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American Iron MagazineAmerican Iron Magazine

American Iron Magazine #356

American Iron Magazine: Readers know why we are the world's #1 best selling magazine for American motorcycles. Published every 4 weeks (13 big issues a year), we keep you up on everything you need to know about Harley and Indian motorcycles! We cover the entire riding experience for you. Subscribe today for the latest new motorcycle and product reviews, news and views, real world do-it-yourself tech, customs and classics, as well as great tours and event coverage.

Country:
United States
Language:
English
Publisher:
TAM Communications
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$29.97
13 Issues

IN THIS ISSUE

access_time3 min.
the future of motorcycling

What does the future look like for motorcycling? The decision makers and corpo-rate strategists at Harley-Davidson and Indian want—make that need—to know. I can only assume that both companies’ counterparts at Honda, KTM, and Triumph do too. Frankly, I also think about it a lot.The future of motorcycling is being challenged on many fronts: riders aging out of the sport, millennials shunning vehicle ownership, increasing govern-ment regulation, more complex technol-ogy leading to increased costs, and distracted drivers on the road.I suspect the most significant concern is where are the new riders coming from? If every year more rid-ers drop out of the sport than join it, what’s the future of motorcycling? If you have comments or suggestions on this please feel free to share them with me at Letters@AmericanIronMag.com.Okay, so…

access_time4 min.
a 10-hour commute

I just got back from a quick trip to Columbus, Ohio, for the annual AIMExpo motorcycle trade show. Being based in Connecticut, I was glad to hear the AIMExpo selected the Columbus Convention Center for this year’s event. The four previous years it had been held in Orlando, Florida, and I was always able to coordinate a fun ride to the Barber Vintage Fest in Birmingham, Alabama, then AIM-Expo and Biketoberfest the following week. I’ve always attended the event on a bike, so I wanted to keep up the tradition and ride to Columbus this year. (Yes, industry pros sometimes fly to these events due to busy schedules and the distances involved.) I found a bunch of new parts and tools that we’ll be sharing with you over the coming…

access_time4 min.
quoted & noted

International Motorcycle Show Debuts In Long Beach, CaliforniaIT’S THAT TIME OF YEAR AGAIN. THE INTER-national Motorcycle Show (IMS) will be making its rounds once more with all the latest models from your favorite motorcycle companies. Of particular interest to most of our readers will probably be getting a close-up look at the brand-new Harley-Davidson Softails, so you can scrutinize or praise the work that Milwaukee’s engi-neers have done in reinventing the line. The first stop for the IMS will be in Long Beach, California, starting Friday, November 17. The Long Beach Convention Center plays host to this year’s IMS kickoff show, and if you’ve never been, it’s a great treat; check out the J&P Cycles’ custom builds, OEMs showing off new bikes in interactive fashion (you can sit on, touch,…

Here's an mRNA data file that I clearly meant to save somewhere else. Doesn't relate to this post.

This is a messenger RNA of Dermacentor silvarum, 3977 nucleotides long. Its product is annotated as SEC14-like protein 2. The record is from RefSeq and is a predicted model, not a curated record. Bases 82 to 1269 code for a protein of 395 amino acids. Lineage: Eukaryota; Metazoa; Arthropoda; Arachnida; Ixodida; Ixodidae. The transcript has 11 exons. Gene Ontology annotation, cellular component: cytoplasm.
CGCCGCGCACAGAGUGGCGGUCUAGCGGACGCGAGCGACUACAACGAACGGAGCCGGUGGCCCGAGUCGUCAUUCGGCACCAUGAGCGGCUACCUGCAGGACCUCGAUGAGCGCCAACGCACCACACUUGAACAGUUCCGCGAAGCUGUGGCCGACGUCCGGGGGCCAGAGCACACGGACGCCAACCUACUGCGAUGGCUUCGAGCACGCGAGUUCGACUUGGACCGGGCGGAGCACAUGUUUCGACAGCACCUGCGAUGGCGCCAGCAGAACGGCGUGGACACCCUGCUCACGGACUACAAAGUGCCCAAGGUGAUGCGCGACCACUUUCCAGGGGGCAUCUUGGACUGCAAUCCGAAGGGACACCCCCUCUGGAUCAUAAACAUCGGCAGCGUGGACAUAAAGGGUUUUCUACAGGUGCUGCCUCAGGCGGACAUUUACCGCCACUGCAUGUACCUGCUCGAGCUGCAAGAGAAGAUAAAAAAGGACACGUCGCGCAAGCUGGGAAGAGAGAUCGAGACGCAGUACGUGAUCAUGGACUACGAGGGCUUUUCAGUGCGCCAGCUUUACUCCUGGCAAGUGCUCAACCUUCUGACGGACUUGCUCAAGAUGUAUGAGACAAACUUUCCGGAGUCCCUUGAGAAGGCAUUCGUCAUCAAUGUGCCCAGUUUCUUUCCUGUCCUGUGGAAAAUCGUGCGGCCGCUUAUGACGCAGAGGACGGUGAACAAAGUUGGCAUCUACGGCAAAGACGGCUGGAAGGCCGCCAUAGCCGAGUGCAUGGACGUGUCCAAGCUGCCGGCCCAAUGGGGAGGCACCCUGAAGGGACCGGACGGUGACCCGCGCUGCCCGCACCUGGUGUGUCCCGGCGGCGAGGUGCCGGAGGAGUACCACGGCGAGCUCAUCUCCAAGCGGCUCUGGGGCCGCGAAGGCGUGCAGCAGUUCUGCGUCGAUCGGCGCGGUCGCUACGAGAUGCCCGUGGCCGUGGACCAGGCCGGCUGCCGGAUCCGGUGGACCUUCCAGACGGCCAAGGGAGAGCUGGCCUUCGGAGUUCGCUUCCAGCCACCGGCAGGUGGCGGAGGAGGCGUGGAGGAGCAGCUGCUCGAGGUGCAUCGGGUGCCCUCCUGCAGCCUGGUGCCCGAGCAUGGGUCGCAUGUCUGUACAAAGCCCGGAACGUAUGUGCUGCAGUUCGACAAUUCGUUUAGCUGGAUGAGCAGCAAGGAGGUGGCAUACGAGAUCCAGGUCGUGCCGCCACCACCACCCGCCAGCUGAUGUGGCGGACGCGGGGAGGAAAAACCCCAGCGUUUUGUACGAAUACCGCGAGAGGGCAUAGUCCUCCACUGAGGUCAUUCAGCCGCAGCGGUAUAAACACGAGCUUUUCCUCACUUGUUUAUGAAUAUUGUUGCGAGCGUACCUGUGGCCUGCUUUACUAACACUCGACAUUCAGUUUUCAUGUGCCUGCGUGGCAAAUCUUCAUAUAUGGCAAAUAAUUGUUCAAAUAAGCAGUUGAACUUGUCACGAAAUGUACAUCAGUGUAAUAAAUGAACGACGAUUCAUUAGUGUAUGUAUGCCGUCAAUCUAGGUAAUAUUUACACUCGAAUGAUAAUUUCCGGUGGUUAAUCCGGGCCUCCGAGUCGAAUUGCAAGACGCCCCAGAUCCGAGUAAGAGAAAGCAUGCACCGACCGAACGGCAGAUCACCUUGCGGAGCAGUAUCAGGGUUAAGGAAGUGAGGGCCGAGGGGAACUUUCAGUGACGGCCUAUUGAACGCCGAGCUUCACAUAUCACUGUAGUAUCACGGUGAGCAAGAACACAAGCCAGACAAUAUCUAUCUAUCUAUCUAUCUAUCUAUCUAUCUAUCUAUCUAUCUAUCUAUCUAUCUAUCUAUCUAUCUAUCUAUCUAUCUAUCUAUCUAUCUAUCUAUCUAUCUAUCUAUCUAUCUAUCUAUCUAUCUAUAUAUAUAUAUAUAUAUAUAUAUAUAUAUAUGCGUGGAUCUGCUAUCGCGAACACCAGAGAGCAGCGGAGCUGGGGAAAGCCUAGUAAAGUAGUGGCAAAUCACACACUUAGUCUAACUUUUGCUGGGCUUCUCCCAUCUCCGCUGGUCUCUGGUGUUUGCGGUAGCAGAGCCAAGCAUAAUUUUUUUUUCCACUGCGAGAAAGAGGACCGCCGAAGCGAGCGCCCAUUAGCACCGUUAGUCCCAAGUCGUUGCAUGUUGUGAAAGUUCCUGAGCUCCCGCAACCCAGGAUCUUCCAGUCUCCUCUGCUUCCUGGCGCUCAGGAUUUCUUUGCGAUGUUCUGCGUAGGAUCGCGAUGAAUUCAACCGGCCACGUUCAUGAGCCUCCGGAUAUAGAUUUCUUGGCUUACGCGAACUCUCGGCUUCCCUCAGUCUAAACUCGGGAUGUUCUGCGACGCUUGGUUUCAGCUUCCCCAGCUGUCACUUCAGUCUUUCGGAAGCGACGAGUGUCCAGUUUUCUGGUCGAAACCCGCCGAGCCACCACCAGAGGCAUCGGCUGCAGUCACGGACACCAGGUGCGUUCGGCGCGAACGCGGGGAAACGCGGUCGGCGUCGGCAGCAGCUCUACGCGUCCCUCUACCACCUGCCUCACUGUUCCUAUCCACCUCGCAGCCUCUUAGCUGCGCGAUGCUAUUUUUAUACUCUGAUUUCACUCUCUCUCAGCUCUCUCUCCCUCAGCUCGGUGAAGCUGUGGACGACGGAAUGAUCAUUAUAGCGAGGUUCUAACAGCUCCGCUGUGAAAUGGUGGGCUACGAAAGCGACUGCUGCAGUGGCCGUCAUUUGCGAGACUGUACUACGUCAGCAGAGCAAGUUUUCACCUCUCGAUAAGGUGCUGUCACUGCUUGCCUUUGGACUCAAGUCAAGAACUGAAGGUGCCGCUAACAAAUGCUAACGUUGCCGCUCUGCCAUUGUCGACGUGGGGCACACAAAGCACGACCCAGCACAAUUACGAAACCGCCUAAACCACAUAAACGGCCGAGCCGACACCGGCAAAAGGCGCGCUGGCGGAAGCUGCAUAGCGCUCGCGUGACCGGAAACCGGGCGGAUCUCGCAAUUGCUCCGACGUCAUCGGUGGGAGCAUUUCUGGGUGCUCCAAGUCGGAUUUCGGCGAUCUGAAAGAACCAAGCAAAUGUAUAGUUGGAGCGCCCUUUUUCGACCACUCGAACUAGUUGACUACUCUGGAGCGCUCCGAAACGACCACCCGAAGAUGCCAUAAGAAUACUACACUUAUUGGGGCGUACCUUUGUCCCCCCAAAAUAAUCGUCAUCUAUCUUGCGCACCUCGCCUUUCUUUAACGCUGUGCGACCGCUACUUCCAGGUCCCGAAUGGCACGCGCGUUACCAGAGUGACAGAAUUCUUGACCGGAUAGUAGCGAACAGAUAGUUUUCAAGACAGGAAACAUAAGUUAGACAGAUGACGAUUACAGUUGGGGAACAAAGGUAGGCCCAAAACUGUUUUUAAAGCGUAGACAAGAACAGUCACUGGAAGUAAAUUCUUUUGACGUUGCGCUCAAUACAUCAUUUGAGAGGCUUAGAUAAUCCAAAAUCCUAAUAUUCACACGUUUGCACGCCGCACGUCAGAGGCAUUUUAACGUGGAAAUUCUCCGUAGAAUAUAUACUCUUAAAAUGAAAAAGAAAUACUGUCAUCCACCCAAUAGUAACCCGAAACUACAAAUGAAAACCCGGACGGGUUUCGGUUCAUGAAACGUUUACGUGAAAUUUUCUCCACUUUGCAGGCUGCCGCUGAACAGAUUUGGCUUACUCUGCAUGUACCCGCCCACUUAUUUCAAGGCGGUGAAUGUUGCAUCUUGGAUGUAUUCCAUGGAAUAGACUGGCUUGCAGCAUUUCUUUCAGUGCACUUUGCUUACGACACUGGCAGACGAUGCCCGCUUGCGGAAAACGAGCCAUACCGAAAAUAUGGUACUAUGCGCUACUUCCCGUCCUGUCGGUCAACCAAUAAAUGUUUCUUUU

access_time4 min.
getting the tribe together

I’m a long-time Indian enthusiast, having fallen in love with them over 40 years ago, when I was just a young lad in the service. A friend and I were out riding and stopped at a well-known biker joint to have lunch. Someone stuck his head in the door and hollered that two Indians had just pulled up. A large portion of the place emptied out to go look, but my friend and I just looked at each other, puz-zled. At the tender age of 19, neither of us had ever even heard of Indian motorcycles. So we went outside to have a look.There sat two of the most gorgeous machines we’d ever laid eyes on, two late 40s/early 50s Indian Chiefs with those huge valanced fenders in Indian Red—of…

access_time6 min.
letters

And Many More!This is my 2016 Indian Roadmaster. I saw your post on Facebook saying that you wanted some good, high-quality pictures of Indian motorcycles. My wife and I were up in the North Carolina mountains celebrating our 35th anniver-sary. We took this photograph while on the parkway.Thomas WaltersVia InternetGarage TherapyUsing his garage as therapy after a stroke, Peter Ballard from Barrington, New Hampshire, built this beautiful custom Softail for his wife Sara. If you want to read all about it, pick up the Nov/Dec issue of American Iron Garage, on newsstands now. You can also order at Greaserag.com or order and download a Zinio digital edition today at AIMag.com.Send us your photos and storyLetters@AmericanIronMag.com We welcome letters on any subject, whether we agree with the writer or not. Letters,…

access_time8 min.
go-to trouble spots: early sportster

If you don’t become a part-time wrench and constantly maintain your Ironhead Sportster, ya ain’t gonna ride very far! These are per-snickety beasts that demand constant attention. They will leave you stranded at some point.Points Ignitions: Rough Or Not RunningThe 1957-78 points ignition, whether distributor, magneto, or gearcase nosecone, is always going out of ad-justment, becoming oil- or water-pitted or burnt. If the engine runs rough, this is the first area to examine. Check for pitting, then clean if necessary. Check for moisture or oil, then clean and dry if necessary. If the points are too close they will cause rough running and carburetor backfiring. If too far apart, rough running and power loss.Fouled Spark Plugs: Leaded GasLeaded gas fouls spark plugs on a consistent basis. This is the…

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